WENNER-GREN FOUNDATION INTERNATIONAL SYMPOSIUM #124
June 11-19, 1999
Hotel Rosa Dos Ventos, Teresópolis, Brazil
PUBLICATION: Genetic Nature/Culture (Alan H. Goodman, Deborah Heath, and M. Susan Lindee, Eds.), University of California Press, 2003.
Troy Duster (University of California, Berkeley, USA)
Morris Foster (University of Oklahoma, USA)
Sarah Franklin (Lancaster University, USA)
Joan Fujimura (Stanford University, USA)
Alan Goodman, organizer (Hampshire College, USA)
Donna Haraway (University of California, Santa Cruz, USA)
Deborah Heath, organizer (Lewis and Clark College, USA)
Chaia Heller (University of Massachusetts, USA)
Frederika Kaestle (University of Michigan, USA)
Ricky Kittles (Howard University, USA)
Erin Koch (New School for Social Research, USA)
Susan Lindee (University of Pennsylvania, USA)
Jonathan Marks (University of California, Berkeley, USA)
Rayna Rapp (New School for Social Research, USA)
Hilary Rose (City University, London, UK)
Ricardo V. Santos (Escola Nacional de Saúde Pública, Brazil)
Sydel Silverman (Wenner-Gren Foundation, USA)
Himla Soodyall (University of the Witwatersrand, South Africa)
Alan Templeton (Washington University, USA)
Carol Worthman (Emory University, USA)
The “Anthropology in the Age of Genetics” symposium brought together 19 international scholars. Three groups were almost equally represented: biological anthropologists, sociocultural anthropologists and individuals in allied fields including history, sociology, human genetics and evolution. With the increased pace of genetic research and findings, and increased popularization of these findings, the main aim of the conference was to begin to evaluate how anthropologist are using, responding to, and studying genetic practices and discourses. What are the roles and responsibilities of anthropology and anthropologists in the “age of genetics?
Genetics has most clearly entered anthropology in two very different locations. Genetic methods are increasingly used by biological anthropology to better understand patterns of relatedness among individuals, populations, and species. Simultaneously, cultural anthropologists are studying genetic practices and discourses: in the laboratory, in clinical practices and in wider, corporate and public venues. Here we see how genetic knowledge is transmitted, valorized, and responded to. The symposium was designed to explore the various ways that genetics is being practiced and critically considered within the subdisciplines of biological and sociocultural anthropology. It also provided a unique opportunity to transcend the “Science Wars,” the popular idea that scientific approaches within and beyond anthropology are warring with more relativistic and social constructionist approaches to knowledge.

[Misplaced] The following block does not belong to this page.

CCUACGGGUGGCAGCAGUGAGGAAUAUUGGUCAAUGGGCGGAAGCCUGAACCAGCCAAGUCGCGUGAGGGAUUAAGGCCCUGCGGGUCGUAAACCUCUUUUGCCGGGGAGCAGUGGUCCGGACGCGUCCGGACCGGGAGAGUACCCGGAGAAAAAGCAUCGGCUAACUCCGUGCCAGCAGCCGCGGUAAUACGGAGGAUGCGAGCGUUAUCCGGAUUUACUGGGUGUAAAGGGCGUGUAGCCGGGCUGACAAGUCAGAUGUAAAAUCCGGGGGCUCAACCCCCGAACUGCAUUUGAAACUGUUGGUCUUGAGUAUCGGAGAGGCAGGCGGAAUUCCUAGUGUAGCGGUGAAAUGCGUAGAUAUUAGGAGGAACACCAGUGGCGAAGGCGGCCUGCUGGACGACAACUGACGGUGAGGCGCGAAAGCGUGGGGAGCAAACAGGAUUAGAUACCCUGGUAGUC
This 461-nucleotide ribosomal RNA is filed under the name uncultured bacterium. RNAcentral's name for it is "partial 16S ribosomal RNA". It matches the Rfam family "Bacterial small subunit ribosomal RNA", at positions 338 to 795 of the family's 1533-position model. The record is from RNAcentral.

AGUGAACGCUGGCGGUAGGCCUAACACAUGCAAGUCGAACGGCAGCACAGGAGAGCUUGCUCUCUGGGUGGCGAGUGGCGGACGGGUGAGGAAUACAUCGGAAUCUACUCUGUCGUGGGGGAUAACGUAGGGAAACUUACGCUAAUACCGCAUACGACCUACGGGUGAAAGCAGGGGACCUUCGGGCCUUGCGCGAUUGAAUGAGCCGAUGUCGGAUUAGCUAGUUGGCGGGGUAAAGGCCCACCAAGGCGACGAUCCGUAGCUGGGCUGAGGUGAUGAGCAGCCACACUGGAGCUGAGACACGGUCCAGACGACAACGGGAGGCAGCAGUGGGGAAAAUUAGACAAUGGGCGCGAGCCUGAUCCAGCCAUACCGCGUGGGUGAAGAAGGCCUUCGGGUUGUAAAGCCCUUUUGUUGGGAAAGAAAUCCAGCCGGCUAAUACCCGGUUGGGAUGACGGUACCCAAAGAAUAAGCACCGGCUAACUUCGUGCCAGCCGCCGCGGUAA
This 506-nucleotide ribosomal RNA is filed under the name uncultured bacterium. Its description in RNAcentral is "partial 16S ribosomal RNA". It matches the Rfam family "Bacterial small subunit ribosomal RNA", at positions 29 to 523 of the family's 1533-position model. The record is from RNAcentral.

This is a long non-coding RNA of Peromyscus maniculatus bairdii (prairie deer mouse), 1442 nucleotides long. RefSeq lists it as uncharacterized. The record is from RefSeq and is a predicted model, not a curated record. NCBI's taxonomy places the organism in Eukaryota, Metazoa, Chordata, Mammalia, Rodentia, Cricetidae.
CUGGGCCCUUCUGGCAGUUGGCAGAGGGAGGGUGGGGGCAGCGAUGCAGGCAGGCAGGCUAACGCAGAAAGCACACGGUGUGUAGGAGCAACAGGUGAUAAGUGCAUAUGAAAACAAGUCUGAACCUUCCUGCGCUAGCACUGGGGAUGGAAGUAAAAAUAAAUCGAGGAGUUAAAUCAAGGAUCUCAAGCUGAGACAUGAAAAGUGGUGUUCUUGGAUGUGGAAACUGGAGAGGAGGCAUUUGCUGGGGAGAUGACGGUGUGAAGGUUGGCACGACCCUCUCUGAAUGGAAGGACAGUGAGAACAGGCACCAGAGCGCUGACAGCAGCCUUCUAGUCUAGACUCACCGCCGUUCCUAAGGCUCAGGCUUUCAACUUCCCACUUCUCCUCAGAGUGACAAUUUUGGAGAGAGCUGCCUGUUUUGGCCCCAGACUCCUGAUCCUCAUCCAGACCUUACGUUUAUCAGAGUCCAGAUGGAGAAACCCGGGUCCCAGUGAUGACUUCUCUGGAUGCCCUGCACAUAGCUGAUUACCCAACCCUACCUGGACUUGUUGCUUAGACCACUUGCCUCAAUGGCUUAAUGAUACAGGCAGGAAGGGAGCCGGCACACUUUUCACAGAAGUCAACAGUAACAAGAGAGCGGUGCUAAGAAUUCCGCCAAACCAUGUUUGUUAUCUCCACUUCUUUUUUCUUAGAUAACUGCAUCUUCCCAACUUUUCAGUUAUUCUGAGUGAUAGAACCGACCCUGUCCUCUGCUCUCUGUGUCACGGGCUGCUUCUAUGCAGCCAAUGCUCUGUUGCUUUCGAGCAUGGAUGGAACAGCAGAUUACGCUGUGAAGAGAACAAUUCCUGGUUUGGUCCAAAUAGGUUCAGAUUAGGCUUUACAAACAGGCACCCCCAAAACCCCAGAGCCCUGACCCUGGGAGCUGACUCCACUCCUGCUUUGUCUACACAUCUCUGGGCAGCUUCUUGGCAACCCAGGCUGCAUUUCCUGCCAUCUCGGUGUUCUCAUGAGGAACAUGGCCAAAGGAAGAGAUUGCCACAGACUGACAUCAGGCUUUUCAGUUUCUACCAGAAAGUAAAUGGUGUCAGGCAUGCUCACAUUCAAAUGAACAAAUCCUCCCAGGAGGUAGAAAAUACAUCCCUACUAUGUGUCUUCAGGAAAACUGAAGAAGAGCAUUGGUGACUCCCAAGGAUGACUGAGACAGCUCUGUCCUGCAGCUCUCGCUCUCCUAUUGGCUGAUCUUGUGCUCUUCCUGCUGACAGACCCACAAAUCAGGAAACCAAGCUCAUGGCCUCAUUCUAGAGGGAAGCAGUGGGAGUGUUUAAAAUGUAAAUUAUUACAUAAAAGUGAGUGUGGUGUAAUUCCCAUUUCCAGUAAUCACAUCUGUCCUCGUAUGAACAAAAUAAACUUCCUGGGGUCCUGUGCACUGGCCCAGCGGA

To further provide an opportunity for dialogue across fields and subdisciplines, we endeavored to include individuals in panels from different subdisciplines and perspectives. Specific panels were on: medical genetics (Lindee, Foster and Rapp), microevolutionary studies (Kaestle, Kittles and Soodyall), race and difference (Templeton, Duster and Worthman), genetic practices and manipulation of animals, including cloning (Haraway, Marks, Franklin), and genetics practices in transnational webs (Santos, Fujimura, Rose, Heller). Four workgroups also took place for a day, focusing on “Revisiting Race, Again,” “Engaging Public Policy,” “Implications for Anthropology,” and “Teaching Anthropology and Genetics.” Finally, the symposium was bracketed by half days focused on the questions “Is this an age of genetics?” and “Is this the age of geneticization?”
The symposium was successful in meeting the goals of providing a current assessment of the various locations that genetics is entering into anthropology and how anthropologist might respond in an age of genetics and geneticization. Exceptional demonstrations were provided of genetic practices in fields and clinics in the 1960s among the Yanamamo and the Amish, thus providing an historical comparison to current genetic practices on/with genetically modified organisms (GMOs), dogs, sheep, chimps, “little people,” Native Americans, Icelanders and practices in Japan. Direct study of nucleotide sequences is providing a clearer and less ambiguous picture of genetic relatedness. For example, Kittles showed how his work is uncovering the hidden origins of enslaved Africans. An important discussion addressed how races are not real in an evolutionary sense, but racializing discourses and racism are real. Other useful cross-panel discussions focused on how to respond to geneticization (the gap between genetic knowledge and discourse) and the potential for activism and intervention, in addition to description and analysis. Participants went well beyond polarized and stereotypic positions of science and antiscience to seeing how nature, for example, is both socially constructed and real.
The greatest success of the session was the sustained dialogue across subdisciplines. We are planning follow-up sessions at the meetings of the American Anthropological Association in 2000. A volume scheduled for publication in the late spring of 2001.